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Supreme Court Reverses CAAF on Statute of Limitations in Military Rape Cases

From 1986 to 2006, the Uniform Code of Military Justice (UCMJ) listed several offenses as eligible for the death penalty. One of those offenses was rape of an adult. The UCMJ stated that offenses “punishable by death” had no statute of limitations. This meant that these types of cases could be brought to trial at any time. All other offenses had to be brought to trial within five years of the commission of the alleged offense. However, in 1977 the United States Supreme Court had determined that the offense of rape of an adult was not eligible for the death penalty in Coker v. Georgia. This created a frequently litigated question regarding the statute of limitations for rape offenses in the military.

In 2018 and 2019, the Court of Appeals for the Armed Forces (CAAF) decided the cases of United States v. Mangahas and United States v. Briggs. In these two cases, CAAF reversed long-standing decisions to find that because rape was not “punishable by death” in light of Coker v. Georgia, servicemembers accused of rapes occurring between 1986 and 2006 were subject to the five-year statute of limitations.   This blog wrote about these cases and the history associated with them here.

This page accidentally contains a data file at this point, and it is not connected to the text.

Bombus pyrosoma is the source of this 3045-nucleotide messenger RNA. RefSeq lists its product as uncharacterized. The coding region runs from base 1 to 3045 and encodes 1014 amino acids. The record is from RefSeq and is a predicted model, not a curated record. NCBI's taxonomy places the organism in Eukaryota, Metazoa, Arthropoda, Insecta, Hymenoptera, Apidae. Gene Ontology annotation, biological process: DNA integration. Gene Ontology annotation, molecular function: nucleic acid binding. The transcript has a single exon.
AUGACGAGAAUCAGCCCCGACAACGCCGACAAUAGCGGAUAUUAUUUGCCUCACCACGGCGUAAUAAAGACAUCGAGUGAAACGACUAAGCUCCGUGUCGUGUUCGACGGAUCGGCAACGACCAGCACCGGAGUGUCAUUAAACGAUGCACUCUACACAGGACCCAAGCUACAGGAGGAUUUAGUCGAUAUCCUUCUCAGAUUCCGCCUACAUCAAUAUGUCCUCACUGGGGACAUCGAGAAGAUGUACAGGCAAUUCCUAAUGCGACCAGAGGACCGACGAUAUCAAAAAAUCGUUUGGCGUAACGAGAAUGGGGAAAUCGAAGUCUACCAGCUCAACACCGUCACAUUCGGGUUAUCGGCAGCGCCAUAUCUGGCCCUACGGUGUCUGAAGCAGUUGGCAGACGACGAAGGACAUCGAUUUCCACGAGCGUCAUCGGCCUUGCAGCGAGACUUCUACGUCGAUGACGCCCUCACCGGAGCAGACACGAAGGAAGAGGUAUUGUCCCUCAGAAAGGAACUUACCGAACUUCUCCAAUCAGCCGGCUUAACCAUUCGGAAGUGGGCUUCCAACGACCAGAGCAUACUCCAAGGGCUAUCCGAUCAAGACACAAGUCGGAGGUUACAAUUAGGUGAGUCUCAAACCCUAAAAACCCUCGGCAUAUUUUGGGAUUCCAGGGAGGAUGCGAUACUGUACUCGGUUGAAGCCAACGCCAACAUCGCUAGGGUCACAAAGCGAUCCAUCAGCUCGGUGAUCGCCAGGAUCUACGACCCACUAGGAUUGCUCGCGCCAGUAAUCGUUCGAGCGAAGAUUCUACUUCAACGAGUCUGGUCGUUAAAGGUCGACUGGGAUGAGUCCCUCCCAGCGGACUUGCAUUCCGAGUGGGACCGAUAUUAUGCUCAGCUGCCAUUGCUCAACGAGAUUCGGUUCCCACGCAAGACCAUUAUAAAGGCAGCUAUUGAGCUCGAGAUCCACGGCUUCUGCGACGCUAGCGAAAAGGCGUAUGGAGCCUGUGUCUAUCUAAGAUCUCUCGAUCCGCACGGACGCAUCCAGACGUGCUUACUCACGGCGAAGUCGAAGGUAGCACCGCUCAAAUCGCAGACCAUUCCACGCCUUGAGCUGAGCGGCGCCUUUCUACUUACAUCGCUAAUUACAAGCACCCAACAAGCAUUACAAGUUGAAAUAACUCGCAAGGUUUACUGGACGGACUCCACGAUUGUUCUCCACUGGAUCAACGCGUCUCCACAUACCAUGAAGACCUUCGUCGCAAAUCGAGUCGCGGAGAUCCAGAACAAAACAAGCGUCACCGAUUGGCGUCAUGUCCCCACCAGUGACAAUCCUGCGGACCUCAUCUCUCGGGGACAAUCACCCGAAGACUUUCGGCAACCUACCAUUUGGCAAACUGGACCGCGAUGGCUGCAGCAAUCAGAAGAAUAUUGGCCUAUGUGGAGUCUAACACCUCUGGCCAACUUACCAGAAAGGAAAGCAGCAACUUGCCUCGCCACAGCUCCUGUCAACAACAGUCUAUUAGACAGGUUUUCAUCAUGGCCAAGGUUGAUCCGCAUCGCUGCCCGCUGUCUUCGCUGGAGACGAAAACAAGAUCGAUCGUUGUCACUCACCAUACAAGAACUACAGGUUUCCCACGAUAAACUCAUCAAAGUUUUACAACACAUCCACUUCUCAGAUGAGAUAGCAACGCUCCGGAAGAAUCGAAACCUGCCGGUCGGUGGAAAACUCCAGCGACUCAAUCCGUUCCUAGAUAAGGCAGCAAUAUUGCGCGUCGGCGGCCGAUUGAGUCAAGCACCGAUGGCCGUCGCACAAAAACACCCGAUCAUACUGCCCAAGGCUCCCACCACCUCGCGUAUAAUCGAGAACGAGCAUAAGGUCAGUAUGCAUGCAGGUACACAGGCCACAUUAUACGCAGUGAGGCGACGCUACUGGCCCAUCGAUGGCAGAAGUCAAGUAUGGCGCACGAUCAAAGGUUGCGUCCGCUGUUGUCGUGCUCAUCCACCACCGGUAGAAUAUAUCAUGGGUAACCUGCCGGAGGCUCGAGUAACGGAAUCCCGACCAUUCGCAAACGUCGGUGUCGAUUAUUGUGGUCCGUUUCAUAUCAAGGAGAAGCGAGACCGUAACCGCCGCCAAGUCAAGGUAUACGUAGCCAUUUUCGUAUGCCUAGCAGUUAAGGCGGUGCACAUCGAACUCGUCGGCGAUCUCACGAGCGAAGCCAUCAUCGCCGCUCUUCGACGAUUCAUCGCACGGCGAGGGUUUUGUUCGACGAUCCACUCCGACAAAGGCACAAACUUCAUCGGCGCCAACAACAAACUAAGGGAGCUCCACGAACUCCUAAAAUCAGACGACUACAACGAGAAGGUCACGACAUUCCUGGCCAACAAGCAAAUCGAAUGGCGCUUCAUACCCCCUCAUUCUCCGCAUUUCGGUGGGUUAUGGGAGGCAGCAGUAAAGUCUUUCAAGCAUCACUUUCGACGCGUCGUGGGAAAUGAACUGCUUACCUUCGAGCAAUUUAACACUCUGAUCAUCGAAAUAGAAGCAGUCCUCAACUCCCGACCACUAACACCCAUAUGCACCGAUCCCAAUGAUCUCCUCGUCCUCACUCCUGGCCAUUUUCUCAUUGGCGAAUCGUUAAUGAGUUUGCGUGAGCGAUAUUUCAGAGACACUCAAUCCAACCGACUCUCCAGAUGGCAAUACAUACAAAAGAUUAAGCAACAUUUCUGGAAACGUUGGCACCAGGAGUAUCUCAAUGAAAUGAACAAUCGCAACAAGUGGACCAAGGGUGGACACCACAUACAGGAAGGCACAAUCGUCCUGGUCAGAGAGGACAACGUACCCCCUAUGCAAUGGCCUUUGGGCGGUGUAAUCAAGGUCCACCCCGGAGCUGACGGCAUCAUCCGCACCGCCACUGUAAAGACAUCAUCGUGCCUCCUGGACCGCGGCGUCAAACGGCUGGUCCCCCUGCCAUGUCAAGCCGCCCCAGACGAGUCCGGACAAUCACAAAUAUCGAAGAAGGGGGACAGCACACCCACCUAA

As a result of these cases, at least three servicemembers had convictions reversed. The Government appealed CAAF’s decision in these cases to the United States Supreme Court. We discussed this appeal here. The Supreme Court agreed to hear the case and issued its opinion in United States v. Briggs on December 10, 2020.

The Supreme Court’s holding in Briggs reversed CAAF’s decision. Instead of focusing on whether the offense was actually punishable by death, the Supreme Court looked at Congress’ intent in drafting the language. The Court determined that Congress intended to use the term “punishable by death” as a term of art to describe the class of offenses it wished to exclude from the five-year statute of limitations. Whether those offenses actually were punishable by death, was not the important factor. The Government is now free to bring servicemembers accused of rape offenses alleged to have occurred between 1986 to 2006 to trial.

If you or your loved one is facing a court-martial or is appealing a court-martial conviction, you need someone with experience who knows the rules and the system. I have the experience you need. Please call Bill Cassara at (706) 445-2915 for a free consultation.

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